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One of many hand-knit items for sale in our shop. Don’t worry, it’s only a little pot! HA!

My mother and I have started a tiny business. Sarobi Interiors, which will one day be a thriving, full service home decorating firm, is, for now, a booth of goods in a corner of the Mill 77 Trading Company in Amesbury, MA.

Why did we decide to embark on this when my mother is a full time R.N./Nursing Supervisor and I have two jobs already plus two kids under the age of six? It’s been a dream of ours for some time now. Both being design enthusiasts and avid amateur decorators, we elected to take the plunge and hopefully parlay our booth into something more.

But secretly, I was driven by a deeper purpose: the fear that I was about to be evicted from the United States for being a hippe-pinko-socialist. “Love it or leave it!” an angry mob would cry as they wrapped me in a “Don’t Tread on Me” flag and dumped me into Boston Harbor. And who could blame them? A vegan atheist who made her own Obama banner and drives a Prius bearing the bumper sticker “Got science?” Man, I was one composting toilet away from a one way ticket to Sweden. But no more! Now, I can be venerated as the heart and soul of this nation, a driver of the economy, an All-American striver for life liberty and money.

Our business is a small one to be sure. So exceedingly small that it can fit in a 15′ x 5′ half room we rent from someone else. But we’ve got pluck. And dedication. And a naysaying in-house lawyer/husband/son-in-law who sternly advises things like LLC status and a close read of the Massachusetts income tax statutes. Killjoy.

So if you’re in the neighborhood, stop by and check the place out. Even better, buy something! It’s salvaged, repurposed, and retrofitted goods, so we’re green friendly (hippie-pinko-socialist tendencies die hard), but capitalist all the way! So support our small business this holiday season, and wish us luck, dear readers! To find our booth, take a right upon entering Mill 77 on Route 110 in Amesbury, and look for the last room on the right. Our tags bear the dealer code DBPEA. Let us know what you think if you do stop by!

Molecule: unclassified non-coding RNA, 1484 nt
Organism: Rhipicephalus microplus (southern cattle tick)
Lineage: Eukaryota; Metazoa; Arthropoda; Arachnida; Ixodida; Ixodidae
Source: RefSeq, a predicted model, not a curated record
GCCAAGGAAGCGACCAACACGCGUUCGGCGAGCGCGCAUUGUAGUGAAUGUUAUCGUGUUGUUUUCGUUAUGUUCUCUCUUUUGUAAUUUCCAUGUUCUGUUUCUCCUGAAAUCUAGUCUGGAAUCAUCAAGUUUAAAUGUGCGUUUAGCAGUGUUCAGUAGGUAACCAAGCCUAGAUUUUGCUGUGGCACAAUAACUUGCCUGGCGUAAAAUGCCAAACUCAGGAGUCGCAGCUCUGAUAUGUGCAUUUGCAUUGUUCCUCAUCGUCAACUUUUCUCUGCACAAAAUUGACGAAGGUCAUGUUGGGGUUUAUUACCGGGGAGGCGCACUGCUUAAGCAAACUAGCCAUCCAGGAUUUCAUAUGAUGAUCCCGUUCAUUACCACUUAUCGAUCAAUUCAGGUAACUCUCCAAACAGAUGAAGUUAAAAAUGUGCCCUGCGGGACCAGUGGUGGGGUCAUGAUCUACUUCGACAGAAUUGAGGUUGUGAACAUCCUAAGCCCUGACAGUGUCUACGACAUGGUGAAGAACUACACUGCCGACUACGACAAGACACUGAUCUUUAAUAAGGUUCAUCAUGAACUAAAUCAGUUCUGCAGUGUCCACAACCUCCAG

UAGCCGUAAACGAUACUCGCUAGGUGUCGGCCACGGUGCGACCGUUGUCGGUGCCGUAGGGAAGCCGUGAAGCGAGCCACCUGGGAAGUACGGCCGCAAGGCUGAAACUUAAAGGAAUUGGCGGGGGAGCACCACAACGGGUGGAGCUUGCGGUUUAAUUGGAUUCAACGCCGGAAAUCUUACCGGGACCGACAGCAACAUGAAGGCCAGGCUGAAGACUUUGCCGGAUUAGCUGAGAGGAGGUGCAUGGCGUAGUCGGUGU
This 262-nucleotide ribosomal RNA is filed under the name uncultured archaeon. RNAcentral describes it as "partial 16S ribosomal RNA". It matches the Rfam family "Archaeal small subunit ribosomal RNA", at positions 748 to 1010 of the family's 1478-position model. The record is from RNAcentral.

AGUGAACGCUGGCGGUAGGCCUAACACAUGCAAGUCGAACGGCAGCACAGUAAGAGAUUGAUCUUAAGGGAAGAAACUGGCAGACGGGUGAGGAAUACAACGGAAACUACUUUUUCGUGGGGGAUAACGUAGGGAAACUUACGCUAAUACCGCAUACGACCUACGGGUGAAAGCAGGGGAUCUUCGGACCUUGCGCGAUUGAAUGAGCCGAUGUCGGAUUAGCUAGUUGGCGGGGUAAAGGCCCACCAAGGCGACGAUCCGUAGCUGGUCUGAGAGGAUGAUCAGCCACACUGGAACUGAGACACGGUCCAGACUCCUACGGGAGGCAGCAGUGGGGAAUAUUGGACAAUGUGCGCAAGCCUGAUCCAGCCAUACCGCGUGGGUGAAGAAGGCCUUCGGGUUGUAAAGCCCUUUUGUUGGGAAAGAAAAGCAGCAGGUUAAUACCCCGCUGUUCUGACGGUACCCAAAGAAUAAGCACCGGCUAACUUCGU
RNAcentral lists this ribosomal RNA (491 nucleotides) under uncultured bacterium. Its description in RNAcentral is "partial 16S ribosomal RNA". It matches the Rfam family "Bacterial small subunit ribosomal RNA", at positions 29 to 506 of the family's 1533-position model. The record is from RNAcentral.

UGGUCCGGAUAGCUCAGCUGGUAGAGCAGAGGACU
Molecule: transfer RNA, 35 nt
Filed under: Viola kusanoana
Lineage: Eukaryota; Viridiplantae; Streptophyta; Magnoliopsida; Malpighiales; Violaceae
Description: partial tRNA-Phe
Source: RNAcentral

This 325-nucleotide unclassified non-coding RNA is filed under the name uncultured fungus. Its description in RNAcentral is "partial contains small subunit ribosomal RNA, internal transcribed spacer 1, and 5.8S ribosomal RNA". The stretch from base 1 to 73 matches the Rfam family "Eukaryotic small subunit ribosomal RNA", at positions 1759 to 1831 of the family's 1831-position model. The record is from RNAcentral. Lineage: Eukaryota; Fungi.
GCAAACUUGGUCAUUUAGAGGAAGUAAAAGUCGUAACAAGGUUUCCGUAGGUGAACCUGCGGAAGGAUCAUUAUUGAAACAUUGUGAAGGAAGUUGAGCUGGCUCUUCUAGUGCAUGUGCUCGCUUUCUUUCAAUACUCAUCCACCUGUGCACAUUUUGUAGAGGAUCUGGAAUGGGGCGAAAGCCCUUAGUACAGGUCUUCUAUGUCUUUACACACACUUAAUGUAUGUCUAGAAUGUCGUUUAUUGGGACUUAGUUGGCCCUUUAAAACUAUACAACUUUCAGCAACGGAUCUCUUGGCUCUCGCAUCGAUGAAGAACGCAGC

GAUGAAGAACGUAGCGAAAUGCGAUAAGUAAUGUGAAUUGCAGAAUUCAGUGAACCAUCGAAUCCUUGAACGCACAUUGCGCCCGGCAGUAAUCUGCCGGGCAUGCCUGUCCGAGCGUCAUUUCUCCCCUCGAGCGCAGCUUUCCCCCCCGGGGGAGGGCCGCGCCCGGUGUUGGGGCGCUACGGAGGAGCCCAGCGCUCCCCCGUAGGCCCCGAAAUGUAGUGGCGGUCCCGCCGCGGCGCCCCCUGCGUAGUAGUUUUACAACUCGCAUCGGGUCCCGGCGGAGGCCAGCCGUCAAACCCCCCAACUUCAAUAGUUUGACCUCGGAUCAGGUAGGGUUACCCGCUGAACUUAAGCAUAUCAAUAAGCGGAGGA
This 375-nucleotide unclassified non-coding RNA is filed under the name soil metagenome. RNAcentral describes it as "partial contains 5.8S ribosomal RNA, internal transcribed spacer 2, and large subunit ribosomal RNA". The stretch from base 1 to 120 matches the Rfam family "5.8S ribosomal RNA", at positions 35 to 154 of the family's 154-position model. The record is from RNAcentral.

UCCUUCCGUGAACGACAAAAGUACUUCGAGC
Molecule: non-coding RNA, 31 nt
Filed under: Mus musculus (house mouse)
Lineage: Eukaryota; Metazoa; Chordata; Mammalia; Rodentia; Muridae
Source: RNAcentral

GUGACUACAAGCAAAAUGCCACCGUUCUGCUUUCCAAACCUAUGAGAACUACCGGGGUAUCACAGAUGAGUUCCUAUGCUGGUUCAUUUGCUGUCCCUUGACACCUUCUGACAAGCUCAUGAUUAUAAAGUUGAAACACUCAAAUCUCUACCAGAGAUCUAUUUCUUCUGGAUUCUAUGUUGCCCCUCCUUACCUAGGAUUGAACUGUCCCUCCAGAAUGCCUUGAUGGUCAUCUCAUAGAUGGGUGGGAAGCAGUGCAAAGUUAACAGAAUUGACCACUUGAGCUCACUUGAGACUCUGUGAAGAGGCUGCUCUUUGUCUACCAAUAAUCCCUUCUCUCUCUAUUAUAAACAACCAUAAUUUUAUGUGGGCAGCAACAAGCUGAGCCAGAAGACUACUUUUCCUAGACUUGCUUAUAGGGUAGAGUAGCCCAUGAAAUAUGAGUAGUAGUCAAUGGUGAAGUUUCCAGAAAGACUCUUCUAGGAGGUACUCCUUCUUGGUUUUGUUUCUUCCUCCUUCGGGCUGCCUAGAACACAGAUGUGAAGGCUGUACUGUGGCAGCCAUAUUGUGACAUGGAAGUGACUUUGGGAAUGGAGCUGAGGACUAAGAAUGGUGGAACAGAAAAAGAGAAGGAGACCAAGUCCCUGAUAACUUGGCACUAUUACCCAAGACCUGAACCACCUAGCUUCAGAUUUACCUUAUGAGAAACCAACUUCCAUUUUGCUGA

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The neutral toned life

I like to think that the things I like are original! Unique! Things I thought of myself! Like most people, I do not enjoy the feeling of being a late adopter of a trend. But, let us face facts. I wear the same black plastic eyeglass frames as every other mildly hipster 30-something white woman. Additionally, I drive a Prius. And I enjoy running long distances. When I read the lists on Stuff White People Like, I think to myself, “My GOD. How does he KNOW me?” Still, I like to think I’m maybe midway along the continuum between insufferable yuppie douchebag and crazy hermit living off the grid.

There is no denying, however, that I like a lot of things that other middle-class liberal east coast ladies like. In particular, neutral toned homespun goods. The other day, I was perusing one of my very favorite blogs, Design*Sponge, and I happened upon this rhapsody of grays and browns in the nursery of a Tribeca baby named Gabriel. Simultaneously drawn to the aesthetic pleasure of this photo, and scoffing at its stagy preciousness, I began to contemplate the origins of my ambivalence.